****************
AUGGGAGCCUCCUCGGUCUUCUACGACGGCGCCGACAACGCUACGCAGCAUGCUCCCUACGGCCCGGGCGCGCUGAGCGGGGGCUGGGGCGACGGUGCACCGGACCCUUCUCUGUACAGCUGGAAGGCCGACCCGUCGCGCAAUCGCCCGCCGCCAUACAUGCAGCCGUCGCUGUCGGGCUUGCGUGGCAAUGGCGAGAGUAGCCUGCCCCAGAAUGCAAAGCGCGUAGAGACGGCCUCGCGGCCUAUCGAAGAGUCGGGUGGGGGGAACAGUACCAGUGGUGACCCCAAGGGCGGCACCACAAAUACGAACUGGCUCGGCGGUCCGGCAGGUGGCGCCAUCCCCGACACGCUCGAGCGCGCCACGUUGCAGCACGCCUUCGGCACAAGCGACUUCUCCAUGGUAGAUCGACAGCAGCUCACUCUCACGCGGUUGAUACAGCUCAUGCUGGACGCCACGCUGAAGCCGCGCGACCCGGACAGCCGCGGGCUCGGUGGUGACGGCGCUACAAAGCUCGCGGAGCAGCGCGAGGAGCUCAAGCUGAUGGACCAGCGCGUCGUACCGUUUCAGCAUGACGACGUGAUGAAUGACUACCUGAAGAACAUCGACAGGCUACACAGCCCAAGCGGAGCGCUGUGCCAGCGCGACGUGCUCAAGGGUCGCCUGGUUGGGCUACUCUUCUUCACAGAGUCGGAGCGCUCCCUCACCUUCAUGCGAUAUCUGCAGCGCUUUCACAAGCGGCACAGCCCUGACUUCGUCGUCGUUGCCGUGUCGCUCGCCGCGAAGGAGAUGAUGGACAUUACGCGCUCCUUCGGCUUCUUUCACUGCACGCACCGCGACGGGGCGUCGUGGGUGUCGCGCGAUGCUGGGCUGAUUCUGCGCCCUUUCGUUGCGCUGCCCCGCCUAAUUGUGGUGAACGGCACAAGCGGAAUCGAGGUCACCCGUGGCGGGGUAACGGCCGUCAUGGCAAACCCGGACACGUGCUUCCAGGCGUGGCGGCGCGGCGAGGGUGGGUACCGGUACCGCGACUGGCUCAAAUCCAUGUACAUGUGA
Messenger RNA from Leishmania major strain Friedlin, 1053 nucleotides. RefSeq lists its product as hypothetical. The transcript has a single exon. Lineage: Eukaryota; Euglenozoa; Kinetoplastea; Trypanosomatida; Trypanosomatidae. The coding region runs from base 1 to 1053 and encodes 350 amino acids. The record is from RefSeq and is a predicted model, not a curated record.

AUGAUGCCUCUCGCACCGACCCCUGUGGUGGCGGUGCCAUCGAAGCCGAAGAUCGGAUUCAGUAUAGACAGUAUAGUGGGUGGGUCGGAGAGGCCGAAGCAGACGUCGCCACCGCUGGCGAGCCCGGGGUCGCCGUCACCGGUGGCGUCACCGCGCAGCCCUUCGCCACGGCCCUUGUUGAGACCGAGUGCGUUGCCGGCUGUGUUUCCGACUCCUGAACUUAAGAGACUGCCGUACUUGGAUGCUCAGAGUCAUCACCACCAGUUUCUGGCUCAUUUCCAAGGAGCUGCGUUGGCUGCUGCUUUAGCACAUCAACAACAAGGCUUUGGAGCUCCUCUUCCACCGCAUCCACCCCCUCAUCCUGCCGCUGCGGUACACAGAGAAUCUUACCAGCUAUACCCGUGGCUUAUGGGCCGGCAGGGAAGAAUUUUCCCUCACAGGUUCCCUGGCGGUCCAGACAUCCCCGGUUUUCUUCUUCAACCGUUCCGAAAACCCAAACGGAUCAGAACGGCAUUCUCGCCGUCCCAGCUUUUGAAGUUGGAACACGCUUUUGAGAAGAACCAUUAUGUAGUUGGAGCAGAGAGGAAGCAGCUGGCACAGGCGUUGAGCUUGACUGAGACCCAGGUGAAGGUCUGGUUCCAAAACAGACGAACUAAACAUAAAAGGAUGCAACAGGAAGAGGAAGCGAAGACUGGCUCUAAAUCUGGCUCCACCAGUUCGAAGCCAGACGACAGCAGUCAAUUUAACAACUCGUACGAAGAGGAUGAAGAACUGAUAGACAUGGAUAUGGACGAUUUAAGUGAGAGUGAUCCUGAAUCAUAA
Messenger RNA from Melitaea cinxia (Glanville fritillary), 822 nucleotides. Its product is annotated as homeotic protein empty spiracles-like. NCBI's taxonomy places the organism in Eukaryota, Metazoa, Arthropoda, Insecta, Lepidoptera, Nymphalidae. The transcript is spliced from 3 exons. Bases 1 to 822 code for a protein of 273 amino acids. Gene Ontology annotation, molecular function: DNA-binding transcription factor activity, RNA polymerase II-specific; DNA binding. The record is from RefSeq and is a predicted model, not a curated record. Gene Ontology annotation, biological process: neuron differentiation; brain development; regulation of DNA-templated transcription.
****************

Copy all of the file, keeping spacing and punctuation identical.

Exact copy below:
AUGGGAGCCUCCUCGGUCUUCUACGACGGCGCCGACAACGCUACGCAGCAUGCUCCCUACGGCCCGGGCGCGCUGAGCGGGGGCUGGGGCGACGGUGCACCGGACCCUUCUCUGUACAGCUGGAAGGCCGACCCGUCGCGCAAUCGCCCGCCGCCAUACAUGCAGCCGUCGCUGUCGGGCUUGCGUGGCAAUGGCGAGAGUAGCCUGCCCCAGAAUGCAAAGCGCGUAGAGACGGCCUCGCGGCCUAUCGAAGAGUCGGGUGGGGGGAACAGUACCAGUGGUGACCCCAAGGGCGGCACCACAAAUACGAACUGGCUCGGCGGUCCGGCAGGUGGCGCCAUCCCCGACACGCUCGAGCGCGCCACGUUGCAGCACGCCUUCGGCACAAGCGACUUCUCCAUGGUAGAUCGACAGCAGCUCACUCUCACGCGGUUGAUACAGCUCAUGCUGGACGCCACGCUGAAGCCGCGCGACCCGGACAGCCGCGGGCUCGGUGGUGACGGCGCUACAAAGCUCGCGGAGCAGCGCGAGGAGCUCAAGCUGAUGGACCAGCGCGUCGUACCGUUUCAGCAUGACGACGUGAUGAAUGACUACCUGAAGAACAUCGACAGGCUACACAGCCCAAGCGGAGCGCUGUGCCAGCGCGACGUGCUCAAGGGUCGCCUGGUUGGGCUACUCUUCUUCACAGAGUCGGAGCGCUCCCUCACCUUCAUGCGAUAUCUGCAGCGCUUUCACAAGCGGCACAGCCCUGACUUCGUCGUCGUUGCCGUGUCGCUCGCCGCGAAGGAGAUGAUGGACAUUACGCGCUCCUUCGGCUUCUUUCACUGCACGCACCGCGACGGGGCGUCGUGGGUGUCGCGCGAUGCUGGGCUGAUUCUGCGCCCUUUCGUUGCGCUGCCCCGCCUAAUUGUGGUGAACGGCACAAGCGGAAUCGAGGUCACCCGUGGCGGGGUAACGGCCGUCAUGGCAAACCCGGACACGUGCUUCCAGGCGUGGCGGCGCGGCGAGGGUGGGUACCGGUACCGCGACUGGCUCAAAUCCAUGUACAUGUGA
Messenger RNA from Leishmania major strain Friedlin, 1053 nucleotides. RefSeq lists its product as hypothetical. The transcript has a single exon. Lineage: Eukaryota; Euglenozoa; Kinetoplastea; Trypanosomatida; Trypanosomatidae. The coding region runs from base 1 to 1053 and encodes 350 amino acids. The record is from RefSeq and is a predicted model, not a curated record.

AUGAUGCCUCUCGCACCGACCCCUGUGGUGGCGGUGCCAUCGAAGCCGAAGAUCGGAUUCAGUAUAGACAGUAUAGUGGGUGGGUCGGAGAGGCCGAAGCAGACGUCGCCACCGCUGGCGAGCCCGGGGUCGCCGUCACCGGUGGCGUCACCGCGCAGCCCUUCGCCACGGCCCUUGUUGAGACCGAGUGCGUUGCCGGCUGUGUUUCCGACUCCUGAACUUAAGAGACUGCCGUACUUGGAUGCUCAGAGUCAUCACCACCAGUUUCUGGCUCAUUUCCAAGGAGCUGCGUUGGCUGCUGCUUUAGCACAUCAACAACAAGGCUUUGGAGCUCCUCUUCCACCGCAUCCACCCCCUCAUCCUGCCGCUGCGGUACACAGAGAAUCUUACCAGCUAUACCCGUGGCUUAUGGGCCGGCAGGGAAGAAUUUUCCCUCACAGGUUCCCUGGCGGUCCAGACAUCCCCGGUUUUCUUCUUCAACCGUUCCGAAAACCCAAACGGAUCAGAACGGCAUUCUCGCCGUCCCAGCUUUUGAAGUUGGAACACGCUUUUGAGAAGAACCAUUAUGUAGUUGGAGCAGAGAGGAAGCAGCUGGCACAGGCGUUGAGCUUGACUGAGACCCAGGUGAAGGUCUGGUUCCAAAACAGACGAACUAAACAUAAAAGGAUGCAACAGGAAGAGGAAGCGAAGACUGGCUCUAAAUCUGGCUCCACCAGUUCGAAGCCAGACGACAGCAGUCAAUUUAACAACUCGUACGAAGAGGAUGAAGAACUGAUAGACAUGGAUAUGGACGAUUUAAGUGAGAGUGAUCCUGAAUCAUAA
Messenger RNA from Melitaea cinxia (Glanville fritillary), 822 nucleotides. Its product is annotated as homeotic protein empty spiracles-like. NCBI's taxonomy places the organism in Eukaryota, Metazoa, Arthropoda, Insecta, Lepidoptera, Nymphalidae. The transcript is spliced from 3 exons. Bases 1 to 822 code for a protein of 273 amino acids. Gene Ontology annotation, molecular function: DNA-binding transcription factor activity, RNA polymerase II-specific; DNA binding. The record is from RefSeq and is a predicted model, not a curated record. Gene Ontology annotation, biological process: neuron differentiation; brain development; regulation of DNA-templated transcription.